One particularly well-known COINTELPRO action was the infamous "suicide letter" sent to Martin Luther King Jr. The FBI saw Dr. King as threat to national security, and subjected him to comprehensive surveillance and harassment. The anonymous letter encouraged Dr. King to kill himself.
Manipulation plus modern surveillance
"I didn't believe that they would sink so low, I didn't believe that anything I was doing would be interesting enough, so I think people need to know that this happens to real people."
These are the words of Kate Wilson, when she came out publicly as a survivor of political infiltration at Chaos Communication Camp in 2015. She spent two years living with a man named Mark Kennedy. In 2010, she learned that he was a cop who had infiltrated and disrupted the UK environmental movement.
Wilson said of Mark, "He was charming and disarming and he shared my interests and he shared my passion for the political things we were doing." Her story exemplifies how the government uses romantic connections for infiltration. As she has pointed out, it's especially disturbing when one remembers that it is agencies dominated by men who are manipulating women and arranging sex under false pretenses—something that amounts to assault, as the Metropolitan Police admitted when they withdrew their defense in Wilson's legal case against them.
And that's where modern surveillance makes things so much more dangerous, especially when the online and offline meet. As any fan of "social engineering" will tell you, the more background information you have, the easier manipulation is.
Of course, it's easier for a police officer to both make connections and gather information in the online world, and this is certainly happening. For example, a 2012 slide show from British spy agency GCHQ, leaked by Edward Snowden, describes how a special division of the agency "infiltrated chat rooms known as IRCs and identified individual hackers." There's also the kind of social media surveillance uncovered by ACLU, which appears to focus on real-time monitoring.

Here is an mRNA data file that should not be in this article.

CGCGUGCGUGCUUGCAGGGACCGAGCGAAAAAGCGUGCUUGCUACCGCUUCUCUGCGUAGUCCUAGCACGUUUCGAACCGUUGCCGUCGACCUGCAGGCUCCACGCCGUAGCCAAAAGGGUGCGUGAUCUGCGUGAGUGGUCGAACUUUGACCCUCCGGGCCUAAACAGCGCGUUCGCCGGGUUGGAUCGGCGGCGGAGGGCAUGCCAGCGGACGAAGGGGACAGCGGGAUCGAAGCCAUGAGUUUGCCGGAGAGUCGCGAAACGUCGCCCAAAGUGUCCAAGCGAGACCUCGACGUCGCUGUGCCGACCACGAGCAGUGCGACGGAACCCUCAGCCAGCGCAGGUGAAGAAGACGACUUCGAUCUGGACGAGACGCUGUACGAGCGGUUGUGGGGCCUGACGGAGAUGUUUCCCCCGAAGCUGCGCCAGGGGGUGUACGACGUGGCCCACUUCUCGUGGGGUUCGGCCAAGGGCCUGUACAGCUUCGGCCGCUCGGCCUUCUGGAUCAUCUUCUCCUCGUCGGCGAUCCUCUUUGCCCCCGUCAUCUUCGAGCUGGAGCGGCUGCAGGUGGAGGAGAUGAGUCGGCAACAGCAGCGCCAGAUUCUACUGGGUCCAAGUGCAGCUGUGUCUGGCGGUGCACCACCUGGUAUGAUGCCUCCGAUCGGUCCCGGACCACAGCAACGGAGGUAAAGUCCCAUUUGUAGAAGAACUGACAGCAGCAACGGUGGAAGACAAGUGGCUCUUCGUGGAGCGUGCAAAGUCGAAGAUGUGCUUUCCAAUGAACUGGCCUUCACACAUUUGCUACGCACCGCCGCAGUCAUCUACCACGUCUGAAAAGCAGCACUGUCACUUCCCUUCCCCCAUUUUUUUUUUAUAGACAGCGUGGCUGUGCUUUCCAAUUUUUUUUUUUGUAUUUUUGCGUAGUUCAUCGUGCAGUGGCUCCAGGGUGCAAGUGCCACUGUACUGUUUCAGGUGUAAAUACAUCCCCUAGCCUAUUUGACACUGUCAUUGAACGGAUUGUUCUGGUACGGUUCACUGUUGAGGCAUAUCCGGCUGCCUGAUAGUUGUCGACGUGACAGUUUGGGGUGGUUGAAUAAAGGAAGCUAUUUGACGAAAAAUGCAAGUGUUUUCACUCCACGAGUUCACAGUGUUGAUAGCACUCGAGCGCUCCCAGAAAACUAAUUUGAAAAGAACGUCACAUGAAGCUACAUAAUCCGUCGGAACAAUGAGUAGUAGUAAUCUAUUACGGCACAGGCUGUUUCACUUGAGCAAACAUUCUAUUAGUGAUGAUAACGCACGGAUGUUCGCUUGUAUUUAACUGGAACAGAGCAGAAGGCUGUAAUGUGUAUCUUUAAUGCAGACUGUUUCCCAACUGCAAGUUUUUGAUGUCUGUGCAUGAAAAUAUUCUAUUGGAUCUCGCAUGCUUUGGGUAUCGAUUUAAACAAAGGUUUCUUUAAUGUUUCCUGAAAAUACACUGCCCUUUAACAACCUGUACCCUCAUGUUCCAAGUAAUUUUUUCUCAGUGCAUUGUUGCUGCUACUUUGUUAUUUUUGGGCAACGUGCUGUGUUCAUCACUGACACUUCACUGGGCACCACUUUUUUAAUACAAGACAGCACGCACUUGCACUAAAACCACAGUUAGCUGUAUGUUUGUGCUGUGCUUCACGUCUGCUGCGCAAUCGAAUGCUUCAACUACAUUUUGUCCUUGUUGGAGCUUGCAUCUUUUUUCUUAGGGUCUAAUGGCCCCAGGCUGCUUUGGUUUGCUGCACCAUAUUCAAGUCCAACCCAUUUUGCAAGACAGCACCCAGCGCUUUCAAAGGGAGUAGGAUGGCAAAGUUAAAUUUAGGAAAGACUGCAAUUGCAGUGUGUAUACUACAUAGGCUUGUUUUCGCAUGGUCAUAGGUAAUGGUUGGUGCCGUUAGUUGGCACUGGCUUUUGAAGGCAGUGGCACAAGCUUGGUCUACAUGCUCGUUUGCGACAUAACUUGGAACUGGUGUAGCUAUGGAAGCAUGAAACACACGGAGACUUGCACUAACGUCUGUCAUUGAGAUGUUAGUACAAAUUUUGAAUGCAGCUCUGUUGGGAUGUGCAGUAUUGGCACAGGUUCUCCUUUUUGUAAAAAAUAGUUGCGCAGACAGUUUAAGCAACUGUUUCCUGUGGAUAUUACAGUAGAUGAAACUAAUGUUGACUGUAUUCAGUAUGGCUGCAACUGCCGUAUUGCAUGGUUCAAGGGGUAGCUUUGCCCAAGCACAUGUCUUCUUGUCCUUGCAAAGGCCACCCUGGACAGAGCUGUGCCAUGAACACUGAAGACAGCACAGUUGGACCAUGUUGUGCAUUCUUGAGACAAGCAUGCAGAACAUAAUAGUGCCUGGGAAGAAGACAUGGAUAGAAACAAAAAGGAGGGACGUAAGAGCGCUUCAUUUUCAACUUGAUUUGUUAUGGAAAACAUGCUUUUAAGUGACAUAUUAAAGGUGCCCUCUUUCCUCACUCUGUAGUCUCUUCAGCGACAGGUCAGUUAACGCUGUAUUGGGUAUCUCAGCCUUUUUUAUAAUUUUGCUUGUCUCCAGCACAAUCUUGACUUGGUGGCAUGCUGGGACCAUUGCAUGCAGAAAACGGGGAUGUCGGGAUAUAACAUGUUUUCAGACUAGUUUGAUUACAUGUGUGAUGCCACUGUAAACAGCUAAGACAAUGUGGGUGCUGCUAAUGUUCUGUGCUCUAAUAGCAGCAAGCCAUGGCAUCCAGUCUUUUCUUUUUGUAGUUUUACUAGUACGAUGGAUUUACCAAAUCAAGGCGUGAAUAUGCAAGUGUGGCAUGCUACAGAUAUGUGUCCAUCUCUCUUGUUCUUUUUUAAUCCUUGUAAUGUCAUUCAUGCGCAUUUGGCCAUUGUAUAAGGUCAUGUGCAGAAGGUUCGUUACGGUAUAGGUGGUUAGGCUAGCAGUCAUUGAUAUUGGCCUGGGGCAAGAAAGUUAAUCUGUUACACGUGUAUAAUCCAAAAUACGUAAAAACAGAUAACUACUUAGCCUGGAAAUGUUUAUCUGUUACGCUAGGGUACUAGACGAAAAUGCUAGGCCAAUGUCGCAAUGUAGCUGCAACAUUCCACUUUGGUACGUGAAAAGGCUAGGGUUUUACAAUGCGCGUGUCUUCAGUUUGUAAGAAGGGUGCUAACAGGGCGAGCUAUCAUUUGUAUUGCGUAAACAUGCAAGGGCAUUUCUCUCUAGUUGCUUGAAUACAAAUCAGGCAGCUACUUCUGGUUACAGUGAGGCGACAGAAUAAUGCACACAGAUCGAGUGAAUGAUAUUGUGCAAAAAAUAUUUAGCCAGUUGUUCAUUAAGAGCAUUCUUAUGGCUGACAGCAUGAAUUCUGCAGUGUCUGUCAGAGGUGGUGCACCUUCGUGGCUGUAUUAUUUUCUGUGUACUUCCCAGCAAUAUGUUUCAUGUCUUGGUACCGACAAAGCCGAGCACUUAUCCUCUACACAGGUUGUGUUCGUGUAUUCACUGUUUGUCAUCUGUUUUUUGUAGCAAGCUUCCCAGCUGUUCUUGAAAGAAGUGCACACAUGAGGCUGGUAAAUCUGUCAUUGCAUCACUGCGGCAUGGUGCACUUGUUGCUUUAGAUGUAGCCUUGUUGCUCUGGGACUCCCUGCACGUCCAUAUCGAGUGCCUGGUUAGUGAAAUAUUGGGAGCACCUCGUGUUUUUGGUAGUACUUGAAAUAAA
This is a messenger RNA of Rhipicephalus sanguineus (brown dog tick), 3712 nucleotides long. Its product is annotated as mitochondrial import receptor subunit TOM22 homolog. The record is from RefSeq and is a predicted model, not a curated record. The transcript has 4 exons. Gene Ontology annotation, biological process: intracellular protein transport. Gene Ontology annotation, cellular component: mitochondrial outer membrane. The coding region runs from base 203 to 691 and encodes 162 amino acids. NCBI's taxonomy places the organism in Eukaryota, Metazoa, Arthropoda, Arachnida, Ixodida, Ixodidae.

But what's equally concerning is how the government could use surveillance to inform its offline manipulation of social movements. The government can obtain an incredible amount of detail by combing through one person's Facebook posts—which is unsurprising, since movements like the fight against the Dakota Access Pipeline rely on social media to get the word out. But people post about not just their political messages and their plans, but also their hopes, desires, and fears. This is all material that a government informant could use, either to get close to a target or to publicly embarrass or blackmail them.
"Torci também para que eu não ficasse paranoico." ("I hoped I would not get paranoid.")
It's not just oversharing that makes these kinds of tactics more potent, either. Today's version of fake letters could easily be spoofed text messages or emails. Instead of microphones in a hotel room, police today could have access to myriad street-level surveillance technologies. Facial-recognition ready images collected by ubiquitous surveillance cameras, automated license plate readers, and cell phone tracking could easily provide details about an individual's life that could be used to both track and manipulate them.
The worst thing about these tactics is that, regardless of whether infiltration or provocation is actually successful, they have a chilling effect. One of the young people who was arrested in São Paulo wrote that, after his arrest and detention, he had no cell phone. He stayed at the house of a friend, and didn't use the internet at all. "Torci também para que eu não ficasse paranoico," he said—I hoped I would not get paranoid.
And this is perhaps the most important thing to take away from the Tinder infiltrator. As Kate Wilson put it, "this stuff happened to us because we were doing something right. Don't be scared by what we're saying. Be aware."